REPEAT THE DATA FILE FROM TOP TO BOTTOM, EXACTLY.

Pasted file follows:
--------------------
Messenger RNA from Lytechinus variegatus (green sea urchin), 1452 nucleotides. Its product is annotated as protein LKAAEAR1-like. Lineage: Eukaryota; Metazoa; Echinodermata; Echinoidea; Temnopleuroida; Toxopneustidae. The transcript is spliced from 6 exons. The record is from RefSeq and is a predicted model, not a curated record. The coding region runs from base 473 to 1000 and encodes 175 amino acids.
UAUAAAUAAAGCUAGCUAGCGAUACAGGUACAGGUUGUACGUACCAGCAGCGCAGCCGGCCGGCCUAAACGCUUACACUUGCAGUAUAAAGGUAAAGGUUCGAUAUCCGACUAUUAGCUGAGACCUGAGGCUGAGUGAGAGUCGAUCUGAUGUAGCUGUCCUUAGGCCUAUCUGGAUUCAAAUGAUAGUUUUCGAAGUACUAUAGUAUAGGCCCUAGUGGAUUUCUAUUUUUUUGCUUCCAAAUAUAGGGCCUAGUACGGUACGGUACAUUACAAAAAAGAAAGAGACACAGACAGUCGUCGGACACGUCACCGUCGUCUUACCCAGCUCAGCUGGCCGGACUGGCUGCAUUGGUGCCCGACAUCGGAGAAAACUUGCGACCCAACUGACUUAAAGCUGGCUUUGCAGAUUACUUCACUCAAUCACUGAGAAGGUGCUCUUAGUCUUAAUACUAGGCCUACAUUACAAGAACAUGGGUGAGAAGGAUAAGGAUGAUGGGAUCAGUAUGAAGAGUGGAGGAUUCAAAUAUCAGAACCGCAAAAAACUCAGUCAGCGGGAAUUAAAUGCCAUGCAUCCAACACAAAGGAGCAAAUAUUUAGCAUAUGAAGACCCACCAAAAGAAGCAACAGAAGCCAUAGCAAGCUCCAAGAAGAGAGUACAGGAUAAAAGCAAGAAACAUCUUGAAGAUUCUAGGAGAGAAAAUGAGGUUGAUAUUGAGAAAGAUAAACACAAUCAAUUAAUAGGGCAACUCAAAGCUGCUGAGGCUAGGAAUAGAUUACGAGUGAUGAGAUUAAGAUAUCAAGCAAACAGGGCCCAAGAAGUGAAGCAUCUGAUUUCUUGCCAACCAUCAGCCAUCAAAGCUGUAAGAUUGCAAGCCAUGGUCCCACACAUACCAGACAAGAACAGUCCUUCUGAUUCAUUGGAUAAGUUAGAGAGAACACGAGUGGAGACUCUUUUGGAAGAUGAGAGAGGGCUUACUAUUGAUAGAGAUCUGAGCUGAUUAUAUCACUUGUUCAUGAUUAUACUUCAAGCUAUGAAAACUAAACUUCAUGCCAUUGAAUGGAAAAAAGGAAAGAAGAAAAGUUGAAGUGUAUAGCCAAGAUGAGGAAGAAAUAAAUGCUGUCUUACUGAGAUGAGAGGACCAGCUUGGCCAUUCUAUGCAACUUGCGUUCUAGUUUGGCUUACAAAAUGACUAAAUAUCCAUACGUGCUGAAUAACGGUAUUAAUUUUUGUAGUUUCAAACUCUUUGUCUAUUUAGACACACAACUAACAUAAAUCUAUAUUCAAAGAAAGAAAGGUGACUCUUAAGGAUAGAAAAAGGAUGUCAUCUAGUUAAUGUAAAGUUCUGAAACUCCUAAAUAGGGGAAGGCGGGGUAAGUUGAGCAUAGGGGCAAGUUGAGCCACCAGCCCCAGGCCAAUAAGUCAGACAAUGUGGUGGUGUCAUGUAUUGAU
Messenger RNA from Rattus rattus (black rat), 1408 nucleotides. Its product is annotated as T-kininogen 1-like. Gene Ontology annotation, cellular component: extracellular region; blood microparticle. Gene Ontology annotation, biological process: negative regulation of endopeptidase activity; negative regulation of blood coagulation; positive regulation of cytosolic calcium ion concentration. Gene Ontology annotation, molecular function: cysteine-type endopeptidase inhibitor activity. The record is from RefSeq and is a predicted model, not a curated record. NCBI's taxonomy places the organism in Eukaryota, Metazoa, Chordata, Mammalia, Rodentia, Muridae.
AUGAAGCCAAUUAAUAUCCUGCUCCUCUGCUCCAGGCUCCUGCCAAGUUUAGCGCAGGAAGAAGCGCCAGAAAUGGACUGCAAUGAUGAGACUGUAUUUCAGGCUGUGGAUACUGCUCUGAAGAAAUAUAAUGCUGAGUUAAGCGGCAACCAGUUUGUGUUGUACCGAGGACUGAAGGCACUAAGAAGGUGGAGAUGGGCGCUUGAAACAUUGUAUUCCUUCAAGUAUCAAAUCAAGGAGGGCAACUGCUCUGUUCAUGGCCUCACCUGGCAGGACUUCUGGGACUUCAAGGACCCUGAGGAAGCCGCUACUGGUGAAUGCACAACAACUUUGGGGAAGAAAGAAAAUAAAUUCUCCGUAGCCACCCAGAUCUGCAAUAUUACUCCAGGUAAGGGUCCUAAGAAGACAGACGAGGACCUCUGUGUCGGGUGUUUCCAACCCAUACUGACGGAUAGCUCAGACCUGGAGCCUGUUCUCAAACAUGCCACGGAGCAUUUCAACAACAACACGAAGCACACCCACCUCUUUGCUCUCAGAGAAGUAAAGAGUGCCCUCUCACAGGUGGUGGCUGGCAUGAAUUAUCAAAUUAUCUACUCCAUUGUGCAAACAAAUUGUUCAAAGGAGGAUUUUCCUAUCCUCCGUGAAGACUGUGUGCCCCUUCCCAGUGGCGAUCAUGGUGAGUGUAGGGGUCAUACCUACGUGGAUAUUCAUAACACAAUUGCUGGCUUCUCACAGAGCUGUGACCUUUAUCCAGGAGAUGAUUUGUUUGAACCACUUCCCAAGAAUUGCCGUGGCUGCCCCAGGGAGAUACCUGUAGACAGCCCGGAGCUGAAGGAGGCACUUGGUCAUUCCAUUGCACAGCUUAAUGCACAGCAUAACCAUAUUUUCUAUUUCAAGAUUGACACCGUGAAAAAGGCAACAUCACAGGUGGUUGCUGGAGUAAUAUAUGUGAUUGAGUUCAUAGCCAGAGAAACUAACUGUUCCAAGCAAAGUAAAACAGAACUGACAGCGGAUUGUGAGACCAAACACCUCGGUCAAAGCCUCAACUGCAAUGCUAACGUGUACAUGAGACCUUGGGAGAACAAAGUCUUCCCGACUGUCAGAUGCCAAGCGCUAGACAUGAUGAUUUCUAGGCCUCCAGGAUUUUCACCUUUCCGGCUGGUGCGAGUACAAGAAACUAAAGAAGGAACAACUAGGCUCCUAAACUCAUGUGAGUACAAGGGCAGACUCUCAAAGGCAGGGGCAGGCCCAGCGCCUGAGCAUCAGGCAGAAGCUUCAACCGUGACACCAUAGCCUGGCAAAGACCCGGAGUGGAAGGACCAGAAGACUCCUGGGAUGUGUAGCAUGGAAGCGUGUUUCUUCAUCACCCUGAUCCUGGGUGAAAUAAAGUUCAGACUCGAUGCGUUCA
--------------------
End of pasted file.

Messenger RNA from Lytechinus variegatus (green sea urchin), 1452 nucleotides. Its product is annotated as protein LKAAEAR1-like. Lineage: Eukaryota; Metazoa; Echinodermata; Echinoidea; Temnopleuroida; Toxopneustidae. The transcript is spliced from 6 exons. The record is from RefSeq and is a predicted model, not a curated record. The coding region runs from base 473 to 1000 and encodes 175 amino acids.
UAUAAAUAAAGCUAGCUAGCGAUACAGGUACAGGUUGUACGUACCAGCAGCGCAGCCGGCCGGCCUAAACGCUUACACUUGCAGUAUAAAGGUAAAGGUUCGAUAUCCGACUAUUAGCUGAGACCUGAGGCUGAGUGAGAGUCGAUCUGAUGUAGCUGUCCUUAGGCCUAUCUGGAUUCAAAUGAUAGUUUUCGAAGUACUAUAGUAUAGGCCCUAGUGGAUUUCUAUUUUUUUGCUUCCAAAUAUAGGGCCUAGUACGGUACGGUACAUUACAAAAAAGAAAGAGACACAGACAGUCGUCGGACACGUCACCGUCGUCUUACCCAGCUCAGCUGGCCGGACUGGCUGCAUUGGUGCCCGACAUCGGAGAAAACUUGCGACCCAACUGACUUAAAGCUGGCUUUGCAGAUUACUUCACUCAAUCACUGAGAAGGUGCUCUUAGUCUUAAUACUAGGCCUACAUUACAAGAACAUGGGUGAGAAGGAUAAGGAUGAUGGGAUCAGUAUGAAGAGUGGAGGAUUCAAAUAUCAGAACCGCAAAAAACUCAGUCAGCGGGAAUUAAAUGCCAUGCAUCCAACACAAAGGAGCAAAUAUUUAGCAUAUGAAGACCCACCAAAAGAAGCAACAGAAGCCAUAGCAAGCUCCAAGAAGAGAGUACAGGAUAAAAGCAAGAAACAUCUUGAAGAUUCUAGGAGAGAAAAUGAGGUUGAUAUUGAGAAAGAUAAACACAAUCAAUUAAUAGGGCAACUCAAAGCUGCUGAGGCUAGGAAUAGAUUACGAGUGAUGAGAUUAAGAUAUCAAGCAAACAGGGCCCAAGAAGUGAAGCAUCUGAUUUCUUGCCAACCAUCAGCCAUCAAAGCUGUAAGAUUGCAAGCCAUGGUCCCACACAUACCAGACAAGAACAGUCCUUCUGAUUCAUUGGAUAAGUUAGAGAGAACACGAGUGGAGACUCUUUUGGAAGAUGAGAGAGGGCUUACUAUUGAUAGAGAUCUGAGCUGAUUAUAUCACUUGUUCAUGAUUAUACUUCAAGCUAUGAAAACUAAACUUCAUGCCAUUGAAUGGAAAAAAGGAAAGAAGAAAAGUUGAAGUGUAUAGCCAAGAUGAGGAAGAAAUAAAUGCUGUCUUACUGAGAUGAGAGGACCAGCUUGGCCAUUCUAUGCAACUUGCGUUCUAGUUUGGCUUACAAAAUGACUAAAUAUCCAUACGUGCUGAAUAACGGUAUUAAUUUUUGUAGUUUCAAACUCUUUGUCUAUUUAGACACACAACUAACAUAAAUCUAUAUUCAAAGAAAGAAAGGUGACUCUUAAGGAUAGAAAAAGGAUGUCAUCUAGUUAAUGUAAAGUUCUGAAACUCCUAAAUAGGGGAAGGCGGGGUAAGUUGAGCAUAGGGGCAAGUUGAGCCACCAGCCCCAGGCCAAUAAGUCAGACAAUGUGGUGGUGUCAUGUAUUGAU
Messenger RNA from Rattus rattus (black rat), 1408 nucleotides. Its product is annotated as T-kininogen 1-like. Gene Ontology annotation, cellular component: extracellular region; blood microparticle. Gene Ontology annotation, biological process: negative regulation of endopeptidase activity; negative regulation of blood coagulation; positive regulation of cytosolic calcium ion concentration. Gene Ontology annotation, molecular function: cysteine-type endopeptidase inhibitor activity. The record is from RefSeq and is a predicted model, not a curated record. NCBI's taxonomy places the organism in Eukaryota, Metazoa, Chordata, Mammalia, Rodentia, Muridae.
AUGAAGCCAAUUAAUAUCCUGCUCCUCUGCUCCAGGCUCCUGCCAAGUUUAGCGCAGGAAGAAGCGCCAGAAAUGGACUGCAAUGAUGAGACUGUAUUUCAGGCUGUGGAUACUGCUCUGAAGAAAUAUAAUGCUGAGUUAAGCGGCAACCAGUUUGUGUUGUACCGAGGACUGAAGGCACUAAGAAGGUGGAGAUGGGCGCUUGAAACAUUGUAUUCCUUCAAGUAUCAAAUCAAGGAGGGCAACUGCUCUGUUCAUGGCCUCACCUGGCAGGACUUCUGGGACUUCAAGGACCCUGAGGAAGCCGCUACUGGUGAAUGCACAACAACUUUGGGGAAGAAAGAAAAUAAAUUCUCCGUAGCCACCCAGAUCUGCAAUAUUACUCCAGGUAAGGGUCCUAAGAAGACAGACGAGGACCUCUGUGUCGGGUGUUUCCAACCCAUACUGACGGAUAGCUCAGACCUGGAGCCUGUUCUCAAACAUGCCACGGAGCAUUUCAACAACAACACGAAGCACACCCACCUCUUUGCUCUCAGAGAAGUAAAGAGUGCCCUCUCACAGGUGGUGGCUGGCAUGAAUUAUCAAAUUAUCUACUCCAUUGUGCAAACAAAUUGUUCAAAGGAGGAUUUUCCUAUCCUCCGUGAAGACUGUGUGCCCCUUCCCAGUGGCGAUCAUGGUGAGUGUAGGGGUCAUACCUACGUGGAUAUUCAUAACACAAUUGCUGGCUUCUCACAGAGCUGUGACCUUUAUCCAGGAGAUGAUUUGUUUGAACCACUUCCCAAGAAUUGCCGUGGCUGCCCCAGGGAGAUACCUGUAGACAGCCCGGAGCUGAAGGAGGCACUUGGUCAUUCCAUUGCACAGCUUAAUGCACAGCAUAACCAUAUUUUCUAUUUCAAGAUUGACACCGUGAAAAAGGCAACAUCACAGGUGGUUGCUGGAGUAAUAUAUGUGAUUGAGUUCAUAGCCAGAGAAACUAACUGUUCCAAGCAAAGUAAAACAGAACUGACAGCGGAUUGUGAGACCAAACACCUCGGUCAAAGCCUCAACUGCAAUGCUAACGUGUACAUGAGACCUUGGGAGAACAAAGUCUUCCCGACUGUCAGAUGCCAAGCGCUAGACAUGAUGAUUUCUAGGCCUCCAGGAUUUUCACCUUUCCGGCUGGUGCGAGUACAAGAAACUAAAGAAGGAACAACUAGGCUCCUAAACUCAUGUGAGUACAAGGGCAGACUCUCAAAGGCAGGGGCAGGCCCAGCGCCUGAGCAUCAGGCAGAAGCUUCAACCGUGACACCAUAGCCUGGCAAAGACCCGGAGUGGAAGGACCAGAAGACUCCUGGGAUGUGUAGCAUGGAAGCGUGUUUCUUCAUCACCCUGAUCCUGGGUGAAAUAAAGUUCAGACUCGAUGCGUUCA